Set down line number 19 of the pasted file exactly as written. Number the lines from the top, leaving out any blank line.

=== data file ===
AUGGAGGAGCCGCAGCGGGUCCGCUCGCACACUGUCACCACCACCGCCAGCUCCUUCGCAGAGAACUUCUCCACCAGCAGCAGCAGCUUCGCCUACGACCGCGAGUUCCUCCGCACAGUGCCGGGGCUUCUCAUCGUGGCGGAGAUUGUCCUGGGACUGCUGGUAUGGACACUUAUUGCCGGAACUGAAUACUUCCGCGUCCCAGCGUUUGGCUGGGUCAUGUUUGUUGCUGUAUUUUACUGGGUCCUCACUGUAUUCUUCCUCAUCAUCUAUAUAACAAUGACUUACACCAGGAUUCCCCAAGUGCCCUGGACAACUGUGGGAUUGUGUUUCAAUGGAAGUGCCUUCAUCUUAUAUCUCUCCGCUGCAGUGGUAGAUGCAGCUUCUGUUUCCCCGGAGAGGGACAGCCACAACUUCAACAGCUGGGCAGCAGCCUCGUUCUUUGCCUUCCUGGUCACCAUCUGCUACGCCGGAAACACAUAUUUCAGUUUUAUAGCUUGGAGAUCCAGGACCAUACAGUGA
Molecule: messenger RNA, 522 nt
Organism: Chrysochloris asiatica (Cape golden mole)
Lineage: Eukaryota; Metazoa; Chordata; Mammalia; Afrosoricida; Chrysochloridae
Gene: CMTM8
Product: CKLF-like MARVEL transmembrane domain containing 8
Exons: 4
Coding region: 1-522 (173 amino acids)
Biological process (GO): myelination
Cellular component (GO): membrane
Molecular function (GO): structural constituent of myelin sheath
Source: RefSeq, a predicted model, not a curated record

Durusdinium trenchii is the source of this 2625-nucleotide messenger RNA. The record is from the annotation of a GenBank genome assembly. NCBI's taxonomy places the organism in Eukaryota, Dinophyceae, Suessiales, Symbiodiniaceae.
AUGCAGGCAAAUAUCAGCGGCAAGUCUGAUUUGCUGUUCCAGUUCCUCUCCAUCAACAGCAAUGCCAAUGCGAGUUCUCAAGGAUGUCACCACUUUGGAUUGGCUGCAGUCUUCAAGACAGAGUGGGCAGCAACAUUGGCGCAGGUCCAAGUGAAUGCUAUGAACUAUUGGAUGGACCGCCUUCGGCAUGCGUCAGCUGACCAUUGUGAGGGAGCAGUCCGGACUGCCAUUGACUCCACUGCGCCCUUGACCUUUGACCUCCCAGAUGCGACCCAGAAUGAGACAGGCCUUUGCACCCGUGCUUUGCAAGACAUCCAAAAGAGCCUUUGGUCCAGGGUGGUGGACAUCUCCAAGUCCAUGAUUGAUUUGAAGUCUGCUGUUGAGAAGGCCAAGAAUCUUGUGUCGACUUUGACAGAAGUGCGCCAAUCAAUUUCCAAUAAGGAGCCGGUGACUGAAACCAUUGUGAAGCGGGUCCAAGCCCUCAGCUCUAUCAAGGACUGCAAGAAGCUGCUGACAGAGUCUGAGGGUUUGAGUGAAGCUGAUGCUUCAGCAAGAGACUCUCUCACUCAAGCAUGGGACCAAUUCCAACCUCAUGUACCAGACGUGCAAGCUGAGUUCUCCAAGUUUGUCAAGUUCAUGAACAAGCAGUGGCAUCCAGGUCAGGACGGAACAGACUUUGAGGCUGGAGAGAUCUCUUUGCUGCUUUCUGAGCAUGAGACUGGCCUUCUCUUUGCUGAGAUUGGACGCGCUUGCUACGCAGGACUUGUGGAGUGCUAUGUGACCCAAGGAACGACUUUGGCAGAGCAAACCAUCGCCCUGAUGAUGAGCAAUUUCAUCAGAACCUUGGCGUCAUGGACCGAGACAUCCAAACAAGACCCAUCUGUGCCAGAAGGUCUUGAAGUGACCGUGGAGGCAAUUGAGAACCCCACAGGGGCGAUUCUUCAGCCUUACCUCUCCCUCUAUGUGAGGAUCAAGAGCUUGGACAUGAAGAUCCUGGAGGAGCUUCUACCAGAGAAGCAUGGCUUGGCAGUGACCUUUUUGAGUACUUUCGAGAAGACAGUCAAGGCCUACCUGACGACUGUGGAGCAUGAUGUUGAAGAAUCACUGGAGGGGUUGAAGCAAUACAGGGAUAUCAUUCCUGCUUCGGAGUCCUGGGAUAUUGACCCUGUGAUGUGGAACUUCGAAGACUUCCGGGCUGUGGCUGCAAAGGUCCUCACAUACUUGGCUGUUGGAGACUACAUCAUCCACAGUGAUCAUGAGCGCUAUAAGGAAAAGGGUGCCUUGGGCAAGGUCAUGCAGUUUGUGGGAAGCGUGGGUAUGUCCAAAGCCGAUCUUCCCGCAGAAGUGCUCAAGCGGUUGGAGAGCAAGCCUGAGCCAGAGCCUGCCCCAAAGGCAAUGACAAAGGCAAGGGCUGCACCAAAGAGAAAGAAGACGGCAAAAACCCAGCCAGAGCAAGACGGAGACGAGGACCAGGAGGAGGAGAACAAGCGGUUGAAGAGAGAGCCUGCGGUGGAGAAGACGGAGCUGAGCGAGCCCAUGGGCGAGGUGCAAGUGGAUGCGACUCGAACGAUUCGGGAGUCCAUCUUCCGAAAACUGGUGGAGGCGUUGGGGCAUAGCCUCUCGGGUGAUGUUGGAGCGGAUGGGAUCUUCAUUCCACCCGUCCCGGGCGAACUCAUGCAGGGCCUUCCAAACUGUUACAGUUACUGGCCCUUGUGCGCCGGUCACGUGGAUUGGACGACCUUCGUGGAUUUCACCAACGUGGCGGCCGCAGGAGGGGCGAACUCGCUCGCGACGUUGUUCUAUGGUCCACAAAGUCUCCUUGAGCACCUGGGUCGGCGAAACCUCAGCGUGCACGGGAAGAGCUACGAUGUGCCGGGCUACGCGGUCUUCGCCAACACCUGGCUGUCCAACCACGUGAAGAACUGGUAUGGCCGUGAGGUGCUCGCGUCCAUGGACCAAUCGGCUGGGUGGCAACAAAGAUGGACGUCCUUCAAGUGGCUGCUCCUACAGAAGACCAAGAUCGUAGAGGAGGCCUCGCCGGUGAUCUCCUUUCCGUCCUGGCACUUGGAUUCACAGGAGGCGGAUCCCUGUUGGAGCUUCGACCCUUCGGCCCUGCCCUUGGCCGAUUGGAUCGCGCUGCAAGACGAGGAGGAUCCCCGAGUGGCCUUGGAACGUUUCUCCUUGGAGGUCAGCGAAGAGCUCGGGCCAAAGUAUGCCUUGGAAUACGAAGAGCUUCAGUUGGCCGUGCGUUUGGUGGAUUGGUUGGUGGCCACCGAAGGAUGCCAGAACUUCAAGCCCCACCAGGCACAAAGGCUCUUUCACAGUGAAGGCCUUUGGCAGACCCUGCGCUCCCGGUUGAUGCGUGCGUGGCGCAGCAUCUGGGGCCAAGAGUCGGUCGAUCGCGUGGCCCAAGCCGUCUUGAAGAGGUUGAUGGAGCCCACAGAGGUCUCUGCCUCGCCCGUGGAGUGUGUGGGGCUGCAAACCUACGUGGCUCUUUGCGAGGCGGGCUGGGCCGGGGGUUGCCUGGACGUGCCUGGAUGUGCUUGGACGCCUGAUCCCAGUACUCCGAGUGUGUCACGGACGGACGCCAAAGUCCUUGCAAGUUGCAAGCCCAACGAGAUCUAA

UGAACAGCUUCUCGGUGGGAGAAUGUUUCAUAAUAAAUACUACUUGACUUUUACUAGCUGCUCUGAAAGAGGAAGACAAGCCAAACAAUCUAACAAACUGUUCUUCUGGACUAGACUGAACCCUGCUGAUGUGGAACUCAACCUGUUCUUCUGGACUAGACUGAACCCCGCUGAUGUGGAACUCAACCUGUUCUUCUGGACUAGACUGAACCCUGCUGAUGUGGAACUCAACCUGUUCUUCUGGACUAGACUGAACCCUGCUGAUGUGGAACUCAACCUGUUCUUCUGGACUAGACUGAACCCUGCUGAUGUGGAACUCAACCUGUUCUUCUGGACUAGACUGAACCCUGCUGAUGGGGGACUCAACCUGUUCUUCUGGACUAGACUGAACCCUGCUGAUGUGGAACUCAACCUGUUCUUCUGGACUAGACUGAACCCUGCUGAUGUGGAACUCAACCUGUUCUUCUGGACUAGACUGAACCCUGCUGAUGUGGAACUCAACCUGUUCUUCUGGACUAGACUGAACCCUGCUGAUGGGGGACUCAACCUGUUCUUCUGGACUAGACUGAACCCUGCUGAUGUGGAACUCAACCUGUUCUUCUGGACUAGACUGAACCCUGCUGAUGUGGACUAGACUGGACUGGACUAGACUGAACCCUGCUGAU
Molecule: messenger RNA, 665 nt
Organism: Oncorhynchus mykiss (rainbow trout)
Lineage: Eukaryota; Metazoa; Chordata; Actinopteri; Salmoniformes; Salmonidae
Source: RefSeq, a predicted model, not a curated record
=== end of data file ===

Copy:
Source: RefSeq, a predicted model, not a curated record